Composer, lyricist, and performer Tim Minchin was about to perform a sold-out gig at the Beacon Theatre on NYC’s Upper West Side as part of the New York Comedy Festival one recent November day, and he has loved being back in the city. “I’m here — and I want to be part of the scene,” he tells me.
The U.K.-born composer grew up in Australia, but for the last couple of years he has been based in L.A., working on an animated film called Larrikins that he’s written and is codirecting for Dreamworks.
But he actually began his career as a performer first, after graduating from the Western Australian Academy of Performing Arts in Perth. And he has continued to do it ever since, including appearing most recently in an arena tour of Jesus Christ Superstar in the U.K. in 2012 and a production of Tom Stoppard’s Rosencrantz and Guildenstern Are Dead in Sydney in 2013, complementing and existing alongside his work as a writer of musicals too. In 2010, he premiered Matilda, the first musical he wrote, based on the Roald Dahl novel of the same name, at Stratford-upon-Avon in the U.K., before transferring to the West End (where it is still running) and Broadway (where it ends an almost-four-year run in January).
“That was the luckiest thing that happened to me in a series of incredibly lucky years for me, and I’m so proud of it,” he comments. But he also admits that when it was brought to Broadway, “I found the whole experience overwhelming, and maybe I missed a fundamental part of what it is to go to Broadway. I couldn’t immerse myself in the culture of it.” So now, for his second show, Groundhog Day, he is arriving both with more experience and also ready to become a part of the city. “When we brought Matilda here, it had already transferred to the West End and done its thing and won its awards. But Groundhog Day is still a work in progress. It’s not finished till it opens. We’re still on the journey.”
That seems particularly appropriate for a show that is about a man on a journey himself, as the lead character, Phil Connors, a Pennsylvania TV weatherman, finds himself trapped endlessly repeating the self-same day when he goes to report an annual event that seeks to predict the coming season’s weather. The title of the 1993 film it is based on, scripted by Danny Rubin, has entered the language for representing days that seem to repeat themselves in our lives. But it’s a show about déjà vu that paradoxically is like no other musical you’ve ever seen.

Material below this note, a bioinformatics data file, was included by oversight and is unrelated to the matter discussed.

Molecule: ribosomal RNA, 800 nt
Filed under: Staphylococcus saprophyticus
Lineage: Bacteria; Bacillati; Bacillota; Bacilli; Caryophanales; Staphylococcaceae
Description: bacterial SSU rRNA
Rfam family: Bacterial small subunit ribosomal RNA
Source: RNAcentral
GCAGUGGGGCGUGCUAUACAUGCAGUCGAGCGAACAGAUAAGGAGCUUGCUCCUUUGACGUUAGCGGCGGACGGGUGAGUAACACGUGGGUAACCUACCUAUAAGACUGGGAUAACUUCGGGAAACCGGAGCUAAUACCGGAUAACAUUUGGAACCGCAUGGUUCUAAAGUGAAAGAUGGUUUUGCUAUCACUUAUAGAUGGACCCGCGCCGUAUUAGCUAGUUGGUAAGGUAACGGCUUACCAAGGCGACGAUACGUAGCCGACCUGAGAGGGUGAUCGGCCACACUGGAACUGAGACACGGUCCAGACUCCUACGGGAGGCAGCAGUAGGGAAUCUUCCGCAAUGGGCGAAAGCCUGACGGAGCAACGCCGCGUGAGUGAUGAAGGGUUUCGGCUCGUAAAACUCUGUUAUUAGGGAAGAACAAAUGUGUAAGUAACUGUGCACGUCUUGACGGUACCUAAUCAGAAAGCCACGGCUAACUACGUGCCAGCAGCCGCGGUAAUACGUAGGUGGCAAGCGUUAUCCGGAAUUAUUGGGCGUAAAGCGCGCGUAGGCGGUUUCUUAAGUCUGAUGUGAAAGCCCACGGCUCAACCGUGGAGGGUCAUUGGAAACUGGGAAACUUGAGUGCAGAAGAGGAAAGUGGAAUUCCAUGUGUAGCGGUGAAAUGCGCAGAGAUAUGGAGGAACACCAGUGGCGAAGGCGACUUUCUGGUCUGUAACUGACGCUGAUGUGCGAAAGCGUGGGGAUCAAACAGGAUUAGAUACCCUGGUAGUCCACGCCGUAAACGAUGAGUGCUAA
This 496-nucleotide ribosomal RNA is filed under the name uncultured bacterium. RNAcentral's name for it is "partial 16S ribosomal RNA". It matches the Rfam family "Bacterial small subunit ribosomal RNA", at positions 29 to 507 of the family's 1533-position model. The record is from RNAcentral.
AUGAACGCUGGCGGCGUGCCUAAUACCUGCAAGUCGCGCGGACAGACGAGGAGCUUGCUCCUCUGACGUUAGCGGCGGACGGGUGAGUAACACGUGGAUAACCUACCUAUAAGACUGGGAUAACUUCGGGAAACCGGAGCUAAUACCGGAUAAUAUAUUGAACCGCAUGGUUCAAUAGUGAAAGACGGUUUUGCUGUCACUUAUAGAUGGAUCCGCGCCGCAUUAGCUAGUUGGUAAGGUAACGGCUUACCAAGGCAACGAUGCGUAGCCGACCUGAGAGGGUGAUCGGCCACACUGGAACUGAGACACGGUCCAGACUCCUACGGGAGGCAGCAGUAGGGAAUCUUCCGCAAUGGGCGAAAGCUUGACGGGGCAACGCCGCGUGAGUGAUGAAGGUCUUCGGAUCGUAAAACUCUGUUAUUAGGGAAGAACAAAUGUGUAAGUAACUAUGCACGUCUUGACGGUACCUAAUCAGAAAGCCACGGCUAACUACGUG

Minchin has teamed up with Rubin and Matilda’s director, Matthew Warchus, to bring it to the stage, and Minchin says, “Without a doubt, this musical belongs on Broadway — it was written with the intention of getting it here. Why it is fun and why I think that people will enjoy it is that it is both a deeply traditional and deeply untraditional piece. It has story bones that it shares with much of classic musical theater about small-town life and generosity and nonjudgmentalism, like The Music Man, but at the same time also it’s very twisted-up and belongs very much to now, especially its humor and its darkness.”
He’s very proud to be part of the current Broadway scene again. “Broadway is such an amazing town at the moment — musical theater really feels like it’s a properly-moving-forward genre again. And I feel like quoting Frank Sinatra: To actually be a part of it all is amazing.”
He’s also understandably nervous: “I’m incredibly excited, but it’s nerve-racking. It’s a big town and there are a lot of shows. I’m a bit afraid of being an outsider. But the more time I spend here, the more I realize that the industry is full of generous and welcoming people. I feel embraced — very embraced — by it.”
He even welcomes the competition: “There’s nothing more exciting as an artist than having a sense of being part of a movement or era. You don’t know till you have the benefit of hindsight how to define that era or movement. But there definitely seems to be one going on, obviously with Hamilton but also all the way to Avenue Q and The Book of Mormon — musicals that have complex and strong ideas, and aren’t just spectacles. It feels like a good time to be around.”